One company's lofty aspirations of winning a bid to install a new computer system on the B-1 bomber crashed and burned when a teammate shot down the firm's dreams.
In Cable & Computer Technology v. Lockheed Sanders, a jury awarded Computer Technology $65 million in compensatory and punitive damages.
"This case proves that there are limits to how far a company can go in leading someone down the primrose path and then say, `Aha! You don't have anything in writing,'" plaintiffs' attorney Jeffrey S. Davidson of Los Angeles' Kirkland & Ellis says.
Defense counsel for Lockheed, John Quinn of Los Angeles' Quinn, Emanuel, Urquhart, Oliver & Heges, disagrees. Although he did not return Verdicts & Settlements' calls regarding this case, the trial record shows that Lockheed denied that any teaming agreement existed, because the parties never arrived at a meeting of the minds.
"They thought they had ... leverage, because they thought we were in a corner ... They thought they could insist on unreasonable terms," Quinn said in his opening statement, according to court papers.
Davidson is adamant that tiny Computer Technology had a valid and enforceable, though oral, agreement with Lockheed Sanders.
"[This case] is significant in that we can have a contract, even if it's not in writing, especially with big companies and big money," Davidson says.
What eventually became a bitter and hotly contested court battle began, ironically, with visions of togetherness.
In May 1996, the parties agreed to team up on a bid for a mission computer upgrade for the U.S. Air Force's B-1 bomber airplane.
The two companies worked to develop their joint submission on the project for three years, but 11 days before the bid was due, Lockheed Sanders announced it would not team up with Computer Technology on the bid.
According to Davidson, the deal fell through because the parties could not agree on the terms of their partnership agreement.
Too late to find another teammate, Computer Technology thought it had no alternatives. The company withdrew its preliminary bid.
Not surprisingly, Quinn tells a different story.
"They thought [Lockheed] had no choice, no choice at all, but to be their subcontractor," Quinn said in his opening statement, according to court records.
Davidson says the deal's failure did not originate with Computer Technology at all. Rather, he says, the problems flow from Lockheed's own internal conflicts. Computer Technology claimed that Lockheed Sanders was working with Computer Technology's competitor, Lockheed Martin Federal Systems of Owego, on the sly. Lockheed Martin and Lockheed Sanders are two arms of the same company.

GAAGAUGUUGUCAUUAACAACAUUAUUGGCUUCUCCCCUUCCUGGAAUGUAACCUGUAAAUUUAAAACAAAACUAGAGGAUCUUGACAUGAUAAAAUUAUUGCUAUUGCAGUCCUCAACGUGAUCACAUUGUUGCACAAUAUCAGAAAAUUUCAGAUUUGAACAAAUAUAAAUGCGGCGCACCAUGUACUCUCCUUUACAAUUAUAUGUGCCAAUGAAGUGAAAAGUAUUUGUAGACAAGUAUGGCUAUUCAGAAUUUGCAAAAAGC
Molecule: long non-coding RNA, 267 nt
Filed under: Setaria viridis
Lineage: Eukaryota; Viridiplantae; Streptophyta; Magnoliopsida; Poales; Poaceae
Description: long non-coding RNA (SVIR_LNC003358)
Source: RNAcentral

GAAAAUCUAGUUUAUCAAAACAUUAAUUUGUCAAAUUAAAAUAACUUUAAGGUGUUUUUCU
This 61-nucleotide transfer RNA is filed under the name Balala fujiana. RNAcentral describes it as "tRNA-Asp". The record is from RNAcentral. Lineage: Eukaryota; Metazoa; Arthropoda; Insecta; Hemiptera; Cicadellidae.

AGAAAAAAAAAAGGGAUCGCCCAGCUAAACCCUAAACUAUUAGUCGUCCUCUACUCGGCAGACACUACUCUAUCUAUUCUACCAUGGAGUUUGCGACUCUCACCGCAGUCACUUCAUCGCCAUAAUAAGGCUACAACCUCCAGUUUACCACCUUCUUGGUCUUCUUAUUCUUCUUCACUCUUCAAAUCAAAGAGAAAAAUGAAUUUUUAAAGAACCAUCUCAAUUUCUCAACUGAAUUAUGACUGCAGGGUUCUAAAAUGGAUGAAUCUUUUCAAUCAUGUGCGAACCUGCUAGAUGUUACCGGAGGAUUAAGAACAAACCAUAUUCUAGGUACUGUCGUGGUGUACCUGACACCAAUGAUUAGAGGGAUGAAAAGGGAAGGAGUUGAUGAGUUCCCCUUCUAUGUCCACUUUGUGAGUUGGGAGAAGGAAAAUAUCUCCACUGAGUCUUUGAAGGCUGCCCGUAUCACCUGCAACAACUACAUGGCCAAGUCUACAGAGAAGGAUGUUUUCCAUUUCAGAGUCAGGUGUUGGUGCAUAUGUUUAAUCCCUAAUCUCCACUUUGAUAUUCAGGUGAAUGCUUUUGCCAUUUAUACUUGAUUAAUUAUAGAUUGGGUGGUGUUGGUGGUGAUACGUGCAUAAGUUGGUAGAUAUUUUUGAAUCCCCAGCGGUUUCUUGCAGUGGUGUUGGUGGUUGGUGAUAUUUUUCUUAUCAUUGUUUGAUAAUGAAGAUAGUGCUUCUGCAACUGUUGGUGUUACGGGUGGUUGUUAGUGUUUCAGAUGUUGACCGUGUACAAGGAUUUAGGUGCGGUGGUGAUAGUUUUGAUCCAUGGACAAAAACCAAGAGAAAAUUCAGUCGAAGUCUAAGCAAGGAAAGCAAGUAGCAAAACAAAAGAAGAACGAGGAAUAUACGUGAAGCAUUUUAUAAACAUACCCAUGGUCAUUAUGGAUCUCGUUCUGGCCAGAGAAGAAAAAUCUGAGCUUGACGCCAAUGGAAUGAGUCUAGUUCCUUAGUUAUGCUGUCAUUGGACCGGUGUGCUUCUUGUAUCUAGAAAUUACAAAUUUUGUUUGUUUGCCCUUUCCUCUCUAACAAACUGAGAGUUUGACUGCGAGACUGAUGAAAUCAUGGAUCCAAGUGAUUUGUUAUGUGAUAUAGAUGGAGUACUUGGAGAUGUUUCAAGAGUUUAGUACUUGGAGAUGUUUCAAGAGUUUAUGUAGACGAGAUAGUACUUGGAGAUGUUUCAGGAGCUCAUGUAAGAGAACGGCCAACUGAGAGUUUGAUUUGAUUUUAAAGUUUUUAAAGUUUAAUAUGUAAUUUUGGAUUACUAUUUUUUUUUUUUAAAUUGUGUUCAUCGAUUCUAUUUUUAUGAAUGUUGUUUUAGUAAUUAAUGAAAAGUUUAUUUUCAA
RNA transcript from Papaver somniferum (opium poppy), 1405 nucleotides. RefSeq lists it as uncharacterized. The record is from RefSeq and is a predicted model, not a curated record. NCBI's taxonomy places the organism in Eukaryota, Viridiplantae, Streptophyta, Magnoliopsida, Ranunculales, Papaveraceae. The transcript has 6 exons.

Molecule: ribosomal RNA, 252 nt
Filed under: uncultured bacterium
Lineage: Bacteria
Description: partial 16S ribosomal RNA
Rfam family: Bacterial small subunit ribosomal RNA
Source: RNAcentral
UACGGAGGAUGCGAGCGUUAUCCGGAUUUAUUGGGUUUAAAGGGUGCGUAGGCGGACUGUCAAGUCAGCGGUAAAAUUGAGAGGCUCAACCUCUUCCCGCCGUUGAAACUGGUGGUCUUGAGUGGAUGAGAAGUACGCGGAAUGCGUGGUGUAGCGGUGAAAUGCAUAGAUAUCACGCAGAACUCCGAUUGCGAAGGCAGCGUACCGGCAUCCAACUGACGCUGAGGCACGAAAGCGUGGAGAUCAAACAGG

Not surprisingly, Computer Technology offers very different facts.
"[When] Lockheed [Sanders] announced that it was walking off the job," Davidson says, "the reason given was that they couldn't meet their price goals."
But Computer Technology refuses to buy that explanation.
"The Computer Technology people knew that was wrong because the Lockheed Sanders people they were working with had met their price goals," Davidson says.
Lockheed Sanders placed the blame on Computer Technology by claiming that the latter's insistence on unreasonable terms ultimately soured the deal. The parties went their separate ways before agreeing to team, so no contract existed.
"They overplayed their hand," Quinn said in his opening statement, according to the court record. "And in the end they offered terms that we simply could not accept."
During the trial, the defense attempted to demonstrate an elaborate scheme of sabotage and deceit by Computer Technology. Lockheed Sanders asserted that Computer Technology's conduct destroyed the relationship between the two companies.
According to Quinn's opening statements, Computer Technology secretly planned to keep Lockheed Sanders from bidding on the project. To that end, he alleged that Computer Technology had planted a mole at Lockheed Sanders to keep it informed of the latter's internal decision making.